Organisers of the Liwa date festival promised next year's event will be "the biggest in the world" as the event drew to a close.
Date festival aims for new heights
They set the benchmark with the world's biggest steel plate, piled high with dates. And last night, as the Liwa date festival drew to a triumphant close, organisers were celebrating breaking all kinds of records - and promising next year's event will be "the biggest in the world". The number of competitors bidding to show off their wares more than tripled from last year to 10,000, while the number of visitors rose to 180,000, four and a half times higher than the 40,000 who had been expected.
Meanwhile a new record was set for the biggest single branch of dates by a mystery entrant whose fruit weighed in at a staggering 82kg, beating last year's 68kg winning entry. "The festival has been bigger and better than ever and exceeded all expectations," said Ahmed al Dhaheri, a member of the festival committee. "We are delighted with the results of all our planning. On the first day alone we saw 10,000 visitors and over the 17 days, we have welcomed 180,000 through the gates, the highest number we have ever had.
"More than 10,000 farmers entered date competitions, which was more than treble the 3,000 who entered last year and next year we hope to double that number again by opening the contests to the whole of the Emirates instead of just the Western Region. "We could see 20,000 farmers bringing the best of their produce here. Together with this year's entry in the Guinness World of Records, this will open the gates of the international market to us.
"Everyone will know what Liwa is all about. Most people have never heard of us but after this festival, they will come to visit us from across the world and understand more about the date production industry and what this region represents. "We can only go forward from here and next year will be better than ever." The past 17 days have seen tens of thousands of dates changing hands in auctions, trade deals and contests.
Last night an estimated Dh4 million was being given away in prize money to the winners of various categories of date competitions, including the most beautiful presentation, the largest azj and the best dabbas, abu maan, salvation, distinct and variety dates. About 7,000 plates of the bite-sized fruit were entered in the Mazayin al Ratb contests to find the best producers in Liwa, which contributes half of the 760,000 tonnes of dates grown every year in the UAE.
Awards were also being handed out for the best model date farms. Judges used a stringent set of criteria, which included a 40 per cent score on the form and size of the fruit, 30 per cent based on its lack of defects and 30 per cent for cleanliness. The winner of the biggest branch, who beat 280 other farmers but had not been named as of last night, walked away with a Dh100,000 cash prize. Up to 60 baskets of dates were sold in daily auctions, with Sheikh Mohammed Abdullah bin Mohammed bin Khalid snapping up all 52 baskets sold on Friday for Dh160,000.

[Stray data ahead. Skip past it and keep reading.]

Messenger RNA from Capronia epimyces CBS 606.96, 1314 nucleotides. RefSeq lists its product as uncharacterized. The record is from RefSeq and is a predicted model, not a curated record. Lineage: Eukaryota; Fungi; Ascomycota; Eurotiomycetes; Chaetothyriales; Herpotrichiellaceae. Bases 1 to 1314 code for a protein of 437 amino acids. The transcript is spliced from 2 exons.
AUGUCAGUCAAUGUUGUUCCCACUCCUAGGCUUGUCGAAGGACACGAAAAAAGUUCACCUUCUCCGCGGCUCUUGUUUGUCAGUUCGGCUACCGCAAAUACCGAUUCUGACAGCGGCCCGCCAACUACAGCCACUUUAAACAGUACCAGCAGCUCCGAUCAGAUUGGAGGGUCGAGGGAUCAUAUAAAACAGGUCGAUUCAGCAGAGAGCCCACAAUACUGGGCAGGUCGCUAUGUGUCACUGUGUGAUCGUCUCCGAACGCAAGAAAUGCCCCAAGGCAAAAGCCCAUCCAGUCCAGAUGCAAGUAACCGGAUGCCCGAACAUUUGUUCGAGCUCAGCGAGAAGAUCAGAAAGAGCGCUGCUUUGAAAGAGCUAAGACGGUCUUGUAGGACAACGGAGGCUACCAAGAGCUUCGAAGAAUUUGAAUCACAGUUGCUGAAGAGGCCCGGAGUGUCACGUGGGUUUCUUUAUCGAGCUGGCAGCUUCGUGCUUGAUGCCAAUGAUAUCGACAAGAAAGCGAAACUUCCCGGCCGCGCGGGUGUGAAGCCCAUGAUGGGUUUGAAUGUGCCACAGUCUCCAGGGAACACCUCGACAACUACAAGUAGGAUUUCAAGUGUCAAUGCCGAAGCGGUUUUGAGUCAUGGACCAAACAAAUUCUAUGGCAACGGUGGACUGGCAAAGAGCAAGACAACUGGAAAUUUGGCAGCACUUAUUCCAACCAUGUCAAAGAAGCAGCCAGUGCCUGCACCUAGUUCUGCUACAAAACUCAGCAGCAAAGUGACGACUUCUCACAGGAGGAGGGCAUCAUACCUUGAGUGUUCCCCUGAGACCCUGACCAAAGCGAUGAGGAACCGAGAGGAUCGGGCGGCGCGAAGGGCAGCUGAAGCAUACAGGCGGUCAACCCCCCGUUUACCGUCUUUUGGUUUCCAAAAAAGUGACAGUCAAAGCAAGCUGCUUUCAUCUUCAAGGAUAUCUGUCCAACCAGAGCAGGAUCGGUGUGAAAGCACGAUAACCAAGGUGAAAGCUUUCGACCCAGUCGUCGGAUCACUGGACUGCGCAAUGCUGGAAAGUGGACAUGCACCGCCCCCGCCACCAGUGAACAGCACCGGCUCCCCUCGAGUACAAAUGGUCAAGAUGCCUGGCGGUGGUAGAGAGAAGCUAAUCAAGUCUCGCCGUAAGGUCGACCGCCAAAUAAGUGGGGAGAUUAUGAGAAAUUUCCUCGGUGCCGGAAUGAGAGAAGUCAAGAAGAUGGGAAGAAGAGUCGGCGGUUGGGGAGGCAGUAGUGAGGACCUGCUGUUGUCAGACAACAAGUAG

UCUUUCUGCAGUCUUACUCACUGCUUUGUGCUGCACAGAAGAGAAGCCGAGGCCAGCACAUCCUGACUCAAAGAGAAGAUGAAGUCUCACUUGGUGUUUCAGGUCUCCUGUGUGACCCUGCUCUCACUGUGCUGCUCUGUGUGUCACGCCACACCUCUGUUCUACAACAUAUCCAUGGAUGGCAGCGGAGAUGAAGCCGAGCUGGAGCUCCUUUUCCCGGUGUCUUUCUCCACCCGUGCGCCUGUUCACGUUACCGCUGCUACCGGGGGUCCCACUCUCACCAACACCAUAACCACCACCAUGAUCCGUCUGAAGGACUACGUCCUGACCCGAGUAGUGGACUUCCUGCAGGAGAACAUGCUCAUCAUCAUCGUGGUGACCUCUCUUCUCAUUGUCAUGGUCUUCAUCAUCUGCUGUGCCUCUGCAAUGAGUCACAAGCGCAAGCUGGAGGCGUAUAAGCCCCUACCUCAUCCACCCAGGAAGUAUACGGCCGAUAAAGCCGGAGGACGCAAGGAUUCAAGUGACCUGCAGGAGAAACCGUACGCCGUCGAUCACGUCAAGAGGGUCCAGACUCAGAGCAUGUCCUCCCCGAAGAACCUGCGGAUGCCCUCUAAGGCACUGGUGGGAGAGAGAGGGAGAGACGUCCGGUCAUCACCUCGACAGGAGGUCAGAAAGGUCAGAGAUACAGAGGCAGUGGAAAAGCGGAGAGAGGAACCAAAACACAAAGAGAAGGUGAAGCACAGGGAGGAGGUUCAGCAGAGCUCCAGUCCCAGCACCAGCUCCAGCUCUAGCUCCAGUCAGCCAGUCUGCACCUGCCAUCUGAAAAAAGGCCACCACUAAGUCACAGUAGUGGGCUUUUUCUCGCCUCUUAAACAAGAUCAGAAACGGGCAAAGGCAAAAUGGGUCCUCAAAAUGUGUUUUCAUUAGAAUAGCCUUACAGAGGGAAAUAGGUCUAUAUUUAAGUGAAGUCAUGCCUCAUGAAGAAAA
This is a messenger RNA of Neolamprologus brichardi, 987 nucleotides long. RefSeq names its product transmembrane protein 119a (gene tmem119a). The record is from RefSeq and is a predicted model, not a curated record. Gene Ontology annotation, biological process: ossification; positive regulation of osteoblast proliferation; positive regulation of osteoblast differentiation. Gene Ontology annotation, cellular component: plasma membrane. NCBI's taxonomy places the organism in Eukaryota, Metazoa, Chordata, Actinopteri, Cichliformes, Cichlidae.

A mass wedding last week, organised for the first time as part of the festival, saw 340 bridegrooms tying the knot. The Dh5 million bill was paid by Sheikh Mohammed bin Zayed, the Crown Prince of Abu Dhabi. But the event which drew the eyes of the world to the oasis in the desert was the record-breaking steel platter of ratb, or half-ripe, dates unveiled last Thursday. The dish, measuring 10.06m by 2.03m, earned the region an entry in the Guinness World of Records for the biggest steel plate on the planet.
The crowning glory of the festival has proved so popular that organisers have received numerous offers to buy it - including one Dh4 million bid. "There have been companies and individuals offering to buy it, some more serious than others," said Mr Dhaheri. "In fact there have been so many approaches that I cannot even remember the gentleman who offered Dh4 million - but we will never sell it as it is the pride of the Emirates.
"We will keep it in storage and put it on display every year as part of the festival. "It has inspired us to think of other ways we might be able to enter the Guinness World of Records next year but we cannot reveal too much at present as we do not want to put all our dates in one basket." Sheikh Mohammed toured the stands at the festival on Friday and praised its efforts to improve date quality production and increase the number of date palm plantations, reported WAM, the Government news agency.
"Date palm trees were the main source of food for our ancestors," he said. "Even today dates are still a major component of our national food security. "The success of this festival is yet another testimony to the correctness of the vision of the late Sheikh Zayed regarding the importance of agro-investments." The 240 exhibitors at the event included 145 traders promoting family arts and craft businesses, who were being judged for a separate handicrafts competition by the firm Made in the UAE.
The Liwa festival began four years ago as a simple one-day event to promote the produce of the region, but now includes poetry nights, lectures on agriculture and the date palm industry and a children's marquee. Organisers were celebrating last night with a finale dinner. They will take a month's break before heading back to the drawing board in September to start planning next year's extravaganza.
"I am already starting to worry about next year as the challenge is to go even bigger and better," said Mr Dhaheri. @Email:firstname.lastname@example.org ends